There is a chronic affliction plaguing markets and it is proving remarkably difficult to shake off. It has always been a feature of daily market life, but over recent years its grasp has quietly extended .
I am talking about short termism.Individuals, companies, politicians and policymakers have all been infected by this disease in some form or another. Expectations and time horizons are growing shorter, with interested parties opting for the quicker, more palatable solution at the expense of longer-term sustainable answers. Some of this is understandable. Companies in the US, for example, are reluctant to make investment or hiring plans until the elections and decisions around the forthcoming fiscal cliff are clearer and their future impact quantifiable.
Investing for the long term sounds a simple strategy but it is surprising how few adopt it. In today’s fast-paced environment, the desire for instant gratification runs through to investment-return expectations as well. To add insult to injury, the amount of ‘market noise’ over the last few years, as wider macroeconomic influences have driven investor sentiment and behaviour, makes long-term investing even harder. Investor jitters have become commonplace and the temptation to react to short-term news flow is huge.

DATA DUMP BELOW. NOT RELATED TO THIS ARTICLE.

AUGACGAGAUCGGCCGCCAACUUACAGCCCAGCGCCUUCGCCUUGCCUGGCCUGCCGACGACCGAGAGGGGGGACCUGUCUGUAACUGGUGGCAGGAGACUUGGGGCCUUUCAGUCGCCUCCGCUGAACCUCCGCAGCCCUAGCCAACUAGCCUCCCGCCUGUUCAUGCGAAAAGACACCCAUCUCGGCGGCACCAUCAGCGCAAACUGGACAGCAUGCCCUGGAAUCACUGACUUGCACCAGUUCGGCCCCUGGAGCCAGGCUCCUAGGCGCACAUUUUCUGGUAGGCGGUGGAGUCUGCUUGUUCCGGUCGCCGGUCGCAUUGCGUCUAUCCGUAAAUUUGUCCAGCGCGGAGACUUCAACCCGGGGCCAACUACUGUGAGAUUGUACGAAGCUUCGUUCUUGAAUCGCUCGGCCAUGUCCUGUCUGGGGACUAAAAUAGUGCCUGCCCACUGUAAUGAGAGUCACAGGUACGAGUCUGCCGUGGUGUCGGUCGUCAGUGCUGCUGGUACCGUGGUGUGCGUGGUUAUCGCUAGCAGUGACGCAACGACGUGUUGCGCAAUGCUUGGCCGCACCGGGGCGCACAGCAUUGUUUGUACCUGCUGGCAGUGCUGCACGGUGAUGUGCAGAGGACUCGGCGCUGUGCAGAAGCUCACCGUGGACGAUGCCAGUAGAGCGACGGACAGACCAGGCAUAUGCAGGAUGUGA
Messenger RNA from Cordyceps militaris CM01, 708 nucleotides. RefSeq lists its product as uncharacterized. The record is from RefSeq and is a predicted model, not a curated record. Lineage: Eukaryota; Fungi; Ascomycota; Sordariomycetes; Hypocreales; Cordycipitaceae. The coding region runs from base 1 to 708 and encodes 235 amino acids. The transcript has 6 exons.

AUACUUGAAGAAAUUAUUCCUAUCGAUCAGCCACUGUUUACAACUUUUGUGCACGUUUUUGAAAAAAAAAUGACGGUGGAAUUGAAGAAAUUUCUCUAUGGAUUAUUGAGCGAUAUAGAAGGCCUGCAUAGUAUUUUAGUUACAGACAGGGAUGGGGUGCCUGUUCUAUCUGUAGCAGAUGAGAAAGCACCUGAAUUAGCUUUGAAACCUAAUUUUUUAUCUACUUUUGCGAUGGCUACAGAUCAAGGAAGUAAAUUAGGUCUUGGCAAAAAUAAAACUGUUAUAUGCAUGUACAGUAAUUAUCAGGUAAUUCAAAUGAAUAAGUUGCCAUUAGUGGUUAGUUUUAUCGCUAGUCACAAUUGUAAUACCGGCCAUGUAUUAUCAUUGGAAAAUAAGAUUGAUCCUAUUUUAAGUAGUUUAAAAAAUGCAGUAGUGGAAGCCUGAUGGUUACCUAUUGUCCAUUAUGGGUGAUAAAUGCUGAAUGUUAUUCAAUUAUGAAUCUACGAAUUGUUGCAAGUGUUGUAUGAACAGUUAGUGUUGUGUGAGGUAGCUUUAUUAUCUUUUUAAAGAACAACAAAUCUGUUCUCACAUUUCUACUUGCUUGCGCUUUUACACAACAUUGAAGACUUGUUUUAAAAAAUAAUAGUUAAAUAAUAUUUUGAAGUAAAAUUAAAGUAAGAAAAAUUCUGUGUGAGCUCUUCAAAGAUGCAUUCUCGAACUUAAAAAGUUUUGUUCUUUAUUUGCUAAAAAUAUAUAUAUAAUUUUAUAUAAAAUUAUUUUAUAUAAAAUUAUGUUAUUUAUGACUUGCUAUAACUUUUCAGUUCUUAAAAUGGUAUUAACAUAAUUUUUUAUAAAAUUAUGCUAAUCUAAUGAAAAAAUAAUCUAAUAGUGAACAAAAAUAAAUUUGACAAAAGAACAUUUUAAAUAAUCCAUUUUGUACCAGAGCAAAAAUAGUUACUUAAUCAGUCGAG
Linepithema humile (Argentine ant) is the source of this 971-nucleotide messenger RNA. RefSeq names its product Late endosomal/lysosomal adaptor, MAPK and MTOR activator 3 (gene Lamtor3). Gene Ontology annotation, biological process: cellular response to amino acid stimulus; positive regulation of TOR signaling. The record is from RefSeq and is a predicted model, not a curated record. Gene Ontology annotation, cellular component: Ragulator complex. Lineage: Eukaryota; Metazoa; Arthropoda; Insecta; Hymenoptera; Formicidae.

What investors should worry about is permanent loss of capital and assessing an asset’s long-term prospects. If a company builds a factory, it expects returns from it for at least 10 years. Short-term price movements are inconsequential as they are largely about temporary loss and gain of capital.
We favour equities over developed market government bonds as, while they have generally had a strong year so far they still look attractive in relative terms. A recent Investec report claimed that “not since 1957 have equities been so attractively priced relative to bonds”. This is more a reflection of bond valuations than anything else. But with 10-year gilts at 1.6 per cent compared to the average yield on the FTSE100 for 2012 of 3.7 per cent, the case iss pretty strong.
Our view is that certain equity markets are cheap, the UK and Europe for example, and being brave enough to enter into the market now will be rewarding in the long-run. Bouts of volatility will have to be endured though and resolve could be tested.
An investment philosophy can be expressed in many forms, but common sense suggests buying a ‘poor quality’ asset at the wrong price is a bad idea. We dislike government bonds because we question the logic of buying an expensive asset in the hope that it will become more expensive. Why lend money to a government at 1.5 per cent return when it can simply print more at any time and devalue what you hold? We prefer to buy quality assets at a fair price and hold on to them. Shorter-term trading and over-exuberant attempts at market timing are fraught with danger. Value resides in real assets such as equities, but we have taken out some shorter-term insurance against prices pulling back in the coming months as the noise gets louder. But we have retained our overweight position to Asia as we remain bullish on the region.
To some, this long-term approach may seem boring, but consistent above-inflation returns are sought after. Investors would do well to take heed of the Guinness experience, waiting patiently for their rewards.
Aidan Kearney is co-head of Aberdeen multi-manager funds